15042220_883479355085029_598196035294748262_o

On Tuesday 8 November 2016,  MIGS together with Aji Rohey, a refugee from Gambia who fled FGM and forced marriage, participated at the conference on ‘Gender-related vulnerabilities in the EU asylum procedures: Spotlight on FGM’ which was organised by the End FGM European Network.

The End FGM European Network is a European umbrella organisation of sixteen organisations across 11 European member states, to which MIGS is an active member, working to ensure sustainable European action to end female genital mutilation. Female genital mutilation (FGM) comprises all procedures involving partial or total removal of the female external genitalia or other injury to the female genital organs for non-medical reasons as defined by the World Health Organisation (WHO).The latest UNICEF statistics, published in February 2016, estimate that at least 200 million women and girls in over 30 countries are living with the lifelong consequences of FGM. A significant number of women, girls and families presenting an asylum claim are affected by FGM. UNHCR estimates that between 20.000 and 30.000 women and girls from FGM-practising countries seek asylum in EU Member States every year.

The conference aimed to explore and discuss the challenges that women and girls affected by FGM face in accessing protection in Europe, address the role of credibility assessment, Country of Origin Information and the systematic lack of gender-sensitive training for professionals, and share promising practices that Member States and professionals could replicate.

Naana Otoo-Oyortey, President of the Board of the End FGM European Network, opened the conference. “Women and girls are facing specific challenges in the asylum system, and even more so in the current context, where political barriers against migrants are a reality. Women and girls survivors of FGM and those fearing the practice are no exception,” Otoo-Oyortey stated.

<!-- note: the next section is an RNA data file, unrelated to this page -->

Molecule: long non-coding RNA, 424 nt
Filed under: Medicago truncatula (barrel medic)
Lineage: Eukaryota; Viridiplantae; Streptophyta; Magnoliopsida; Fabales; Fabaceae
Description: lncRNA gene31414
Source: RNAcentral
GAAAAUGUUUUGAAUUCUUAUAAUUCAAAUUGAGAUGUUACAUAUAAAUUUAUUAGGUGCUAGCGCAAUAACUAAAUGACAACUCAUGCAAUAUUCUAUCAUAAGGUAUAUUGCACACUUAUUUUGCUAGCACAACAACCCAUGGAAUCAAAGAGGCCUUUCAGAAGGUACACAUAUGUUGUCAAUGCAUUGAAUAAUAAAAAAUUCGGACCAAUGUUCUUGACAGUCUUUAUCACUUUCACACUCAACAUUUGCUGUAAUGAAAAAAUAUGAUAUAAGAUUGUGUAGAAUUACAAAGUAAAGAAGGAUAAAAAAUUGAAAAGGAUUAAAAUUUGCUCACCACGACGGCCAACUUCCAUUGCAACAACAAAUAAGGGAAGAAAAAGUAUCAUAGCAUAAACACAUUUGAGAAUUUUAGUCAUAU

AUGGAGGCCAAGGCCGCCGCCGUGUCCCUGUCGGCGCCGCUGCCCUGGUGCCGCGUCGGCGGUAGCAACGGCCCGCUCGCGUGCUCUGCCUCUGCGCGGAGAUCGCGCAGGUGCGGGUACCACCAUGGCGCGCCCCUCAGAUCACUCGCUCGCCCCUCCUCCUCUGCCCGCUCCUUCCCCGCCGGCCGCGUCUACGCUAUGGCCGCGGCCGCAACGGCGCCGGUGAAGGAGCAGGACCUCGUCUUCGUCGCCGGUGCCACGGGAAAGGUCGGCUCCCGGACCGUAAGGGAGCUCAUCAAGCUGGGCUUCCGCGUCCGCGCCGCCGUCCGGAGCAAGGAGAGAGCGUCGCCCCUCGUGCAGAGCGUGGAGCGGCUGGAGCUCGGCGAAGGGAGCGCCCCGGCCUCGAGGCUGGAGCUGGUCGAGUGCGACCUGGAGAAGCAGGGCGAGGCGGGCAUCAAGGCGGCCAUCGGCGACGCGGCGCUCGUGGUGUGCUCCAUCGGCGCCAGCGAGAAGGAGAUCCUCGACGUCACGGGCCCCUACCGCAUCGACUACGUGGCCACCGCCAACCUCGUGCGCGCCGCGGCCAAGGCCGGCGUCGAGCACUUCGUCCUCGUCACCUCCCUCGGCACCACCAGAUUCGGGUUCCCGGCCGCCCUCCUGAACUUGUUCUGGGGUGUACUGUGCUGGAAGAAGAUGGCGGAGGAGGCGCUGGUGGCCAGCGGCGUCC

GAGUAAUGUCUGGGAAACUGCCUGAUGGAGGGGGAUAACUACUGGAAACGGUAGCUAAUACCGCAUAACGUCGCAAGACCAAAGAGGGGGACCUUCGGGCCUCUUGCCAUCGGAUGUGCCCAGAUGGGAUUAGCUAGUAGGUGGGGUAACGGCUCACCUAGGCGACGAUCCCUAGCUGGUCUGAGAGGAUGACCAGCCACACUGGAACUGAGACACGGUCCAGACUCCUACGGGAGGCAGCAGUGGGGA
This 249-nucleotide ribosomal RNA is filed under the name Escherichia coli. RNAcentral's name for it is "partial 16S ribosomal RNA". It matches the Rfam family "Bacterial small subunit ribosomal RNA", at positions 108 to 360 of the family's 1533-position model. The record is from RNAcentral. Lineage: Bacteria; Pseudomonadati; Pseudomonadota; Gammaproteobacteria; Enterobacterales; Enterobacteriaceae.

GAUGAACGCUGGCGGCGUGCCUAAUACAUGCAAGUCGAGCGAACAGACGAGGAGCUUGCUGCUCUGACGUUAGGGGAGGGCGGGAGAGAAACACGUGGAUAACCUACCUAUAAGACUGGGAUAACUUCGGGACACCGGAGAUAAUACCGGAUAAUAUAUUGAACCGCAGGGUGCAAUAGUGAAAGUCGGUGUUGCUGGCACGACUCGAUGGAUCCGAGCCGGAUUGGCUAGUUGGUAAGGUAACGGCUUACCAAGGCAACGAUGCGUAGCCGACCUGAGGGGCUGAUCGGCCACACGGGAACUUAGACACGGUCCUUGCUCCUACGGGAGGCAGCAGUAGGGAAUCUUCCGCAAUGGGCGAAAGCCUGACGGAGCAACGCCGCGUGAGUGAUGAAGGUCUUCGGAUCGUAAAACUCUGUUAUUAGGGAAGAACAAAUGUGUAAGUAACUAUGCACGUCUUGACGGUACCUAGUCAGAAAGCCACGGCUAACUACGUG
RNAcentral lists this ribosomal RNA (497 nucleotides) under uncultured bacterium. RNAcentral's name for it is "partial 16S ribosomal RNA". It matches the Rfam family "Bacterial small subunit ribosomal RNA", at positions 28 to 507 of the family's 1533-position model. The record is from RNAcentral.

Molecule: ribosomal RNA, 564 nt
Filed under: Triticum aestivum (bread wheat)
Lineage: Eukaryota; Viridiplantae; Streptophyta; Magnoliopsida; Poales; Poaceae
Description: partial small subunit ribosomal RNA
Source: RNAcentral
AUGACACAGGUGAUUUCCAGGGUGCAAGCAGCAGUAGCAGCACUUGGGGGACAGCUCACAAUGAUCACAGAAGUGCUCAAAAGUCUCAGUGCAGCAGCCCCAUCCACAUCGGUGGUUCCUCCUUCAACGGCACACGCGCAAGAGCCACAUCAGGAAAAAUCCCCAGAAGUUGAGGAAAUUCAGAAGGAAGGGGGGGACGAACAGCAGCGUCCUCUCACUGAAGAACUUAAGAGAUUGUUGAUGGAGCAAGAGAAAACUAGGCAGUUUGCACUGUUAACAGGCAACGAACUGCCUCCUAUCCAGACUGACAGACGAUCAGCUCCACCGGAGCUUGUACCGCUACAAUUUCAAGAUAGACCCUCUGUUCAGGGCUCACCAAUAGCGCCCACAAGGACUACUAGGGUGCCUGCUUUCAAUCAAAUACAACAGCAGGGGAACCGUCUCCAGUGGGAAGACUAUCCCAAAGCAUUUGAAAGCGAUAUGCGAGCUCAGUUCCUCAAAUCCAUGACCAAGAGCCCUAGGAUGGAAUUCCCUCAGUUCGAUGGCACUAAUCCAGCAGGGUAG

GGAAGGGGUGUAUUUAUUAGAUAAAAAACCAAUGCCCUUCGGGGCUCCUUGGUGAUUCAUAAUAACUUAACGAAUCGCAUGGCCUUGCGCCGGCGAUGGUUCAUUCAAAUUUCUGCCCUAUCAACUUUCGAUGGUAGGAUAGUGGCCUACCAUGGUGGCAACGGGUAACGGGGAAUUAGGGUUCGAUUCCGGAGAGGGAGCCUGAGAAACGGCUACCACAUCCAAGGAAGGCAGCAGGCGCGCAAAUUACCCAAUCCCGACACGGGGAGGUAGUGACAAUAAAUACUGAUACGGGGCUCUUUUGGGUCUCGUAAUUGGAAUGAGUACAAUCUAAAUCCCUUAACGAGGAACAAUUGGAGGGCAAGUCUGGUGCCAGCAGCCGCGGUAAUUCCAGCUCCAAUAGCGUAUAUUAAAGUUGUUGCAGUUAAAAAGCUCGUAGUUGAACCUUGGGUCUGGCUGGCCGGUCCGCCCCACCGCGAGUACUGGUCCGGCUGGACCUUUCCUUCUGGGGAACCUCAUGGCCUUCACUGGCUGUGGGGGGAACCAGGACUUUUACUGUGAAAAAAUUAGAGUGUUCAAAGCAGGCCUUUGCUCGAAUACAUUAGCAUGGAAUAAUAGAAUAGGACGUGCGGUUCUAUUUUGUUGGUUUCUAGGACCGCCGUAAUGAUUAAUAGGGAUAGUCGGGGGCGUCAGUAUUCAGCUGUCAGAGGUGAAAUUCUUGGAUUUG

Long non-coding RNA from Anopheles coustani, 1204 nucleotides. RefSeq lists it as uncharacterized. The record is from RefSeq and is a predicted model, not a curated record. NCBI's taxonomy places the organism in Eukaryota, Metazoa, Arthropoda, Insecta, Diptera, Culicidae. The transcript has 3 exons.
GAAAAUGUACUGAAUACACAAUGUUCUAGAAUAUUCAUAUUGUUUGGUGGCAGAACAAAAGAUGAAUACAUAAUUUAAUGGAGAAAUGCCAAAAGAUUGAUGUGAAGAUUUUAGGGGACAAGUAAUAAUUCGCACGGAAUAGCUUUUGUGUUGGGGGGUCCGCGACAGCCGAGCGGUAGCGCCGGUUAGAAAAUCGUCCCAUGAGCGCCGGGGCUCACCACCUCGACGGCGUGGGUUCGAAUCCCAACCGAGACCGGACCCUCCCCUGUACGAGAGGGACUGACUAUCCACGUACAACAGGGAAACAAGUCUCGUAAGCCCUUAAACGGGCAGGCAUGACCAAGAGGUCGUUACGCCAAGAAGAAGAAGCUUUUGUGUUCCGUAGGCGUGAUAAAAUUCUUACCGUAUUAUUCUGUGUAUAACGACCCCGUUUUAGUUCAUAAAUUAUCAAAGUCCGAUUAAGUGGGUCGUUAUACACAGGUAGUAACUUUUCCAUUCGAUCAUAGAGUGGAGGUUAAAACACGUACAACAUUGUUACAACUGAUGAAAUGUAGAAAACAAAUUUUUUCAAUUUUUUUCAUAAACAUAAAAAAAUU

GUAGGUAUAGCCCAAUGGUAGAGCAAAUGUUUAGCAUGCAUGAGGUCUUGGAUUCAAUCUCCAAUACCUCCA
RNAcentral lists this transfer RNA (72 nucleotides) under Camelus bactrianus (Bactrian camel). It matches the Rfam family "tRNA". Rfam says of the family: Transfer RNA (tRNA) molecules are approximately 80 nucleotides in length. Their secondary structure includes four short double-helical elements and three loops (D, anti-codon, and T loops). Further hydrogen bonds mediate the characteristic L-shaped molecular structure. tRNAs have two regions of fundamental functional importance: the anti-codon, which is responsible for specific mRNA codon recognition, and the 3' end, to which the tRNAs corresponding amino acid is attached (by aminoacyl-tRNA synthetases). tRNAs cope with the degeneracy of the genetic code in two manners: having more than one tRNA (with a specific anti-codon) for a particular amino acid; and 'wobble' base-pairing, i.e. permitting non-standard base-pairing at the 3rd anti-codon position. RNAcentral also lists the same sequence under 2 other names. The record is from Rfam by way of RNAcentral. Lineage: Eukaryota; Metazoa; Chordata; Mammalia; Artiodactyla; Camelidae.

Debora Singer, Policy and Research Manager at Asylum Aid, explained how gender and vulnerability affect access to asylum for women and girls, specifically the impact they have on the credibility assessment of claims brought by women. Singer highlighted the complexity of asylum claims on grounds of FGM, stating that “compared with a political activist, it is harder for women claiming asylum to prove the risk they face. You don’t get a certificate for being at risk of FGM.”

The End FGM European Network calls on EU Member States to ensure that FGM-related claims receive appropriate treatment and assessment, and vulnerable women, girls and families affected by FGM are afforded adequate protection and support, as provided under binding EU legislation.

Find more here.